Solar Industry Growth and Affordability
Solar is playing an increasingly important role in the transition to a world powered by renewable energy. Over the past decade, the number of solar installations has grown at an accelerating rate and with increasing affordability. In the first quarter of 2016, over 29 GW of solar was installed in the United States.
Figure 1 illustrates the correlation of the increasing number of installations with the decreasing costs. It shows that the price of a solar installation is now less than a third of what it was in 2009, while annual installations have grown more than tenfold during the same period of time.
SEIA states that the solar industry is a powerful engine for economic growth. The US solar industry currently employs over 200,000 people, twice as many as in 2010 and now employs more people than the coal, or the oil and gas industries. As installed capacity continues to increase, SEIA predicts that the solar workforce will expand to 420,000 by 2020.
Solar Energy, Power, and Irradiance
Solar panels convert the energy of photons, or light particles, from the sun into electricity. Photovoltaic devices, such as solar panels, permit the incoming photons to transfer their energy to electrons. These energized electrons begin to flow, creating an electric current. We use the terms irradiance or insolation to refer to the power density of sunlight on a surface.
We typically measure energy in kilowatt-hours (kWh), and power (the rate at which energy is produced) in kilowatts (kW).
In solar, we usually define the size of a solar installation in terms of its power (in kW).
Irradiance is typically reported in units of kilowatt-hours per meter squared per day (kWh/m2-d). The amount of irradiance hitting the surface of the earth is often quoted in terms of the number of hours of “full-sun” of solar energy. A “full-sun” is defined as 1 kW/m2.
|Power||kW||Rate of energy production/output|
|Energy||kWh||Capacity to do work|
|Irradiance||kWh/m2-d||Hours of full-sun for a square meter each day|
Solar Resource of a Rooftop
We can estimate the solar potential of a rooftop using its area and the local irradiance. NREL, the National Renewable Energy Laboratory, publishes irradiance data in its report Solar Radiation Data Manual for Flat-Plate and Concentrating Collectors.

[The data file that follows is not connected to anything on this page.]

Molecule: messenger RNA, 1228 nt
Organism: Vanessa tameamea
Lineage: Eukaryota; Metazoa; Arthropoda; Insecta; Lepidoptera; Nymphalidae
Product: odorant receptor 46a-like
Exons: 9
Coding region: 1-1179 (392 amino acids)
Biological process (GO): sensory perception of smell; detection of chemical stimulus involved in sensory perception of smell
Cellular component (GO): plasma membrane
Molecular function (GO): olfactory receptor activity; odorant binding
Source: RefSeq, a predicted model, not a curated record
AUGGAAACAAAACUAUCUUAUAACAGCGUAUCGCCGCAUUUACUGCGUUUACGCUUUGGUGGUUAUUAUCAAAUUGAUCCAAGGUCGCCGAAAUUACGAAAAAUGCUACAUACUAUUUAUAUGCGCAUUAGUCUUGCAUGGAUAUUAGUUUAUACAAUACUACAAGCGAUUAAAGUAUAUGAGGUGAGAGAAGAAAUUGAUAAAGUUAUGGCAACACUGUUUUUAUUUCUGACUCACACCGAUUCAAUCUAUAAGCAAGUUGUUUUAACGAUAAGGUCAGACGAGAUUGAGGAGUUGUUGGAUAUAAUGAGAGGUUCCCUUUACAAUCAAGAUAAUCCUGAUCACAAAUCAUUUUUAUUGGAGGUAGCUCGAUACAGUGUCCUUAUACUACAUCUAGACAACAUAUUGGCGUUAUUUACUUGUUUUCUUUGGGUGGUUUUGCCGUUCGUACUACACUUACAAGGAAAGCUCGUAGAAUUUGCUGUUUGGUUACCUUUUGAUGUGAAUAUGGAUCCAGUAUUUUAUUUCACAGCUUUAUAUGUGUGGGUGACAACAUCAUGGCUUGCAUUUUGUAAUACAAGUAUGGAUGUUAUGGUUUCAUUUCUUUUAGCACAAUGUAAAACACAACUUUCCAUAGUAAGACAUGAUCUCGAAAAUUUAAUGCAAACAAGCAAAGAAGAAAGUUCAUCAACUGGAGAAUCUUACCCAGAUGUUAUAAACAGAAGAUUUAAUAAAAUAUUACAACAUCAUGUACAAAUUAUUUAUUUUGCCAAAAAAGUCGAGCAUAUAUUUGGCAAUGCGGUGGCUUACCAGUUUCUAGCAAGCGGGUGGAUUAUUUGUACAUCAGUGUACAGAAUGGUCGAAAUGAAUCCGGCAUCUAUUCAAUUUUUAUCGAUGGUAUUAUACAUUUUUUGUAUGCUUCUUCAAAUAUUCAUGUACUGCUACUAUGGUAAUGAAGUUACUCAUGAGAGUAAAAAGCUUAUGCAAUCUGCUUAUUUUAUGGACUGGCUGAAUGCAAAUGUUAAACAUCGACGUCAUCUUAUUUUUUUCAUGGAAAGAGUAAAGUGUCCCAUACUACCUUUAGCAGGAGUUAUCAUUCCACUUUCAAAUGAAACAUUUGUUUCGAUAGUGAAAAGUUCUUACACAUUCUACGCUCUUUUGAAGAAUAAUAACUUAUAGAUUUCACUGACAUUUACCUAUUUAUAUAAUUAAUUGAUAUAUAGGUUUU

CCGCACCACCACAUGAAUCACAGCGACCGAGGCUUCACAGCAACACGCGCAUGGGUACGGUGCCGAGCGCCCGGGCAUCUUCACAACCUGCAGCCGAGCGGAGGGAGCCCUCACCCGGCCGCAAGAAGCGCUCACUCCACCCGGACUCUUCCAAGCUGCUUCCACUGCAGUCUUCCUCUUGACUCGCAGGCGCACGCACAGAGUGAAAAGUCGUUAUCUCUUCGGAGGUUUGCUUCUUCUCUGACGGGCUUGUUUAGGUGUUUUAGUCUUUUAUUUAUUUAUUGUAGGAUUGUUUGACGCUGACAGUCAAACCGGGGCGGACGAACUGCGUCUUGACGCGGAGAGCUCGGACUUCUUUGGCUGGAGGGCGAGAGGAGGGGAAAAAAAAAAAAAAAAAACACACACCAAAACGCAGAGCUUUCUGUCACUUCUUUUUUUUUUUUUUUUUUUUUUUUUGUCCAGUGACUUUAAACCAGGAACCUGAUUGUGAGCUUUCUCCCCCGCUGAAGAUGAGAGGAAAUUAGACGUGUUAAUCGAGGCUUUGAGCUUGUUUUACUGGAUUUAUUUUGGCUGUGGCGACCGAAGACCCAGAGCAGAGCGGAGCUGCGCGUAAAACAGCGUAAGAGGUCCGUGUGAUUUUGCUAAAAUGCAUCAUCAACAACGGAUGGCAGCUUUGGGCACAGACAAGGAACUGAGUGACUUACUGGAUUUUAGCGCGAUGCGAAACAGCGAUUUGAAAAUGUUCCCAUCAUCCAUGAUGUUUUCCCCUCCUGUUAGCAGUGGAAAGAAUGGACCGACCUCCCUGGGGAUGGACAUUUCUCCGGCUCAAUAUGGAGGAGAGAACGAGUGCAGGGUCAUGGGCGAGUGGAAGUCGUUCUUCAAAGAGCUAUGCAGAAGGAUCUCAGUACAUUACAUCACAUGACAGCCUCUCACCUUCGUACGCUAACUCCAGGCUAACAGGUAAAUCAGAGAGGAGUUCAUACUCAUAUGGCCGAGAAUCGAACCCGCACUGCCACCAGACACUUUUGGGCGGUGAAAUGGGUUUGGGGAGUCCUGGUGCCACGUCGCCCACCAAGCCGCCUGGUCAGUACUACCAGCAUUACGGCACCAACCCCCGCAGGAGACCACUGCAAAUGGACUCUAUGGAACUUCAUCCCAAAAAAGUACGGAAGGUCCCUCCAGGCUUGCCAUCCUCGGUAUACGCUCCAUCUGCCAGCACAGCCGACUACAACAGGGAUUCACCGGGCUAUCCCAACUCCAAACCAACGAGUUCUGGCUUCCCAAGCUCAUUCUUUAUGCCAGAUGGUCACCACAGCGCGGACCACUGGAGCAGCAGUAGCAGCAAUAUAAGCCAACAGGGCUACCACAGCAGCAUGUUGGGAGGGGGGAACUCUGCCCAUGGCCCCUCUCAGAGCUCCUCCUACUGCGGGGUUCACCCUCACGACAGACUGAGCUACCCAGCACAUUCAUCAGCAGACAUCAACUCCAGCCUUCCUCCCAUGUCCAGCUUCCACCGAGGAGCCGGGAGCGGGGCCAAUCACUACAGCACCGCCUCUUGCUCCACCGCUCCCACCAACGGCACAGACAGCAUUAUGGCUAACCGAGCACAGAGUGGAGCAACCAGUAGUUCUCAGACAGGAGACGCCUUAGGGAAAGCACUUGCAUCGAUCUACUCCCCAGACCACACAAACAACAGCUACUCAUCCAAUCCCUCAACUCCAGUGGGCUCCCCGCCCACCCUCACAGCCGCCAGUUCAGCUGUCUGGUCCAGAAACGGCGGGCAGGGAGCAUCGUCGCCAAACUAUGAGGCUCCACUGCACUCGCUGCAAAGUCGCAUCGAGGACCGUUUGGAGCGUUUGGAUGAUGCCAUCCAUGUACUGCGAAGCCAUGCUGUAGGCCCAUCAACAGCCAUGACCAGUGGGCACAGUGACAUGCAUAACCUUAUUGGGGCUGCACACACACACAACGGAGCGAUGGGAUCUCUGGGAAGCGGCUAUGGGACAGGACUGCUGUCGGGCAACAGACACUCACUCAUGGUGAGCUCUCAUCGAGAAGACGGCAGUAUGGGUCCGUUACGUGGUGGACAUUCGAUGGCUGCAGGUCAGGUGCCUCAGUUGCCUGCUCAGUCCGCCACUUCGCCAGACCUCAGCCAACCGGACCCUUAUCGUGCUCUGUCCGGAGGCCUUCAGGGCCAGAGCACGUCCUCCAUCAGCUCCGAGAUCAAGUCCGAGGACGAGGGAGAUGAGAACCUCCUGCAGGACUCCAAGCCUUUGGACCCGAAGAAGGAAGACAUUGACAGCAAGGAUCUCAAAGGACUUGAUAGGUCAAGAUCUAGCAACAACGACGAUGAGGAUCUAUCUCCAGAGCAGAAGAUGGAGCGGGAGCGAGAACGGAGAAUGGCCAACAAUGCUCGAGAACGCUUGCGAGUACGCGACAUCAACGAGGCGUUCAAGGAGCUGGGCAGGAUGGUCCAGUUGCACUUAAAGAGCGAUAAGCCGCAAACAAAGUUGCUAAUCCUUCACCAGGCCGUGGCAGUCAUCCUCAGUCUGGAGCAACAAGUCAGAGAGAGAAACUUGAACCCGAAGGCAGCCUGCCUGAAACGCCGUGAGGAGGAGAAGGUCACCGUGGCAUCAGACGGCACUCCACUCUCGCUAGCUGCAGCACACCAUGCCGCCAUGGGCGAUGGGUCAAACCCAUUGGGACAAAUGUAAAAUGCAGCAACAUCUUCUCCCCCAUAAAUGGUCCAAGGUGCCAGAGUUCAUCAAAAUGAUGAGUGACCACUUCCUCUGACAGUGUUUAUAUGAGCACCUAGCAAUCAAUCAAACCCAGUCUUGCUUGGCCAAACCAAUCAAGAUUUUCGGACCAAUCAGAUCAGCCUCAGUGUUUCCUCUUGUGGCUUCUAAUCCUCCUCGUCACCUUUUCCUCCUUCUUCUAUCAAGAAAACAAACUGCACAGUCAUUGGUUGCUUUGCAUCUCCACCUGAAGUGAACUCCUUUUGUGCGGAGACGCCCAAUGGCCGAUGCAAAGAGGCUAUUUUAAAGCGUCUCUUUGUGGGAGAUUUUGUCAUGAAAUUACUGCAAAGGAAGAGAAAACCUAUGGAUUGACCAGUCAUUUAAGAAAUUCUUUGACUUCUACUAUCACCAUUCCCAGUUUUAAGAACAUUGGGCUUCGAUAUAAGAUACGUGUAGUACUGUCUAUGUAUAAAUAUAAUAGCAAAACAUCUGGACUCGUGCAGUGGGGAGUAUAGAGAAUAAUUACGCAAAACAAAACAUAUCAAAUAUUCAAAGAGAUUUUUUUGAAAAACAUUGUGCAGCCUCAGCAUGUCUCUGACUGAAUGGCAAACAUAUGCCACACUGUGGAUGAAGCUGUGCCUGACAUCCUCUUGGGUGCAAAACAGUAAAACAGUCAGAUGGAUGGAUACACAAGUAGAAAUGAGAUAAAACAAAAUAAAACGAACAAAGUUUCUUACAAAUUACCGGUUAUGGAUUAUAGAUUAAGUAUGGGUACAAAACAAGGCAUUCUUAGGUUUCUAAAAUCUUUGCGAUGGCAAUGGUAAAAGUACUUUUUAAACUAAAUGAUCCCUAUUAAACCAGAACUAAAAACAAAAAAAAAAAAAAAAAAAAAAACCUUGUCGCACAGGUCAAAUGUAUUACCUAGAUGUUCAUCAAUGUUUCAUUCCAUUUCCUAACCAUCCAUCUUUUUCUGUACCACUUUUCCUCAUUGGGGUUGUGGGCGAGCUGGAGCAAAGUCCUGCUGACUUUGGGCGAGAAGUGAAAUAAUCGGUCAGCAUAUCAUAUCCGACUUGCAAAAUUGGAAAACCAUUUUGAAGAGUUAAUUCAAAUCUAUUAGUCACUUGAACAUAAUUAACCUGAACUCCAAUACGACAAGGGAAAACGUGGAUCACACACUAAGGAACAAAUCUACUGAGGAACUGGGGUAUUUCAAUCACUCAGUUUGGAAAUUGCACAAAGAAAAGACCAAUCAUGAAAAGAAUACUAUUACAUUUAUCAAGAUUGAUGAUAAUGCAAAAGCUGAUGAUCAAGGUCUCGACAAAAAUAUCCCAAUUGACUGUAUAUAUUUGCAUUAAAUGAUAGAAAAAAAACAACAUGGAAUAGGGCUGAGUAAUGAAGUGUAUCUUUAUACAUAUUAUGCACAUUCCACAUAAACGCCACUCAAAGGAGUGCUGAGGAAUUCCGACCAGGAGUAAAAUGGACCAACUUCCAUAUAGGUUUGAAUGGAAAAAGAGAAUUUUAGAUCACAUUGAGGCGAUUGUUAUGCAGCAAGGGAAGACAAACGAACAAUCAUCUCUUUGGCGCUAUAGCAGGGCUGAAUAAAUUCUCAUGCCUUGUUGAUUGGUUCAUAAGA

It is fairly straightforward to calculate rooftop solar potential of a rooftop using this data. For example, a south-facing roof plane of a home in Palo Alto, CA (Figure 5) receives an average irradiance of approximately 1,900 kWh/m2/year. Dividing the annual irradiance value by the number of days in a year yields the average daily irradiance.
To calculate the amount of solar energy available on a roof face, multiply its area by the average irradiance value.
If the rooftop has an area of approximately 150m2, the solar energy available on the rooftop is as follows.
Besides the solar irradiance, Figure 5 also displays information on three additional quantities related to the solar resource: Solar Access, TOF, and TSRF:
Solar Access: This is the ratio of the actual solar energy available — taking into account shading cast by objects in the environment — to the solar energy that would be available in the absence of shading. You can learn more about the effects of shading on PV systems here.
TOF (Tilt and Orientation Factor): This is the ratio of the amount of solar energy a location receives to the amount it would receive if the orientation of the roof were optimal.
TSRF (Total Solar Resource Factor): This is the percentage of the available solar resource that a location receives as compared to what it would receive with optimal orientation and without shading. TSRF is equivalent to the Solar Access multiplied by the Tilt and Orientation Factor.
About Solar PV Education 101
Article 1: The Beginner’s Guide to Solar Energy
Article 2: How a Photovoltaic System Produces Electricity
Article 3: Reading Your Electricity Bill: A Beginner’s Guide
Article 4: How to Size a PV System from an Electricity Bill
Article 5: Shade Losses for PV Systems, and Techniques to Mitigate Them
Article 6: The Basic Principles that Guide PV System Costs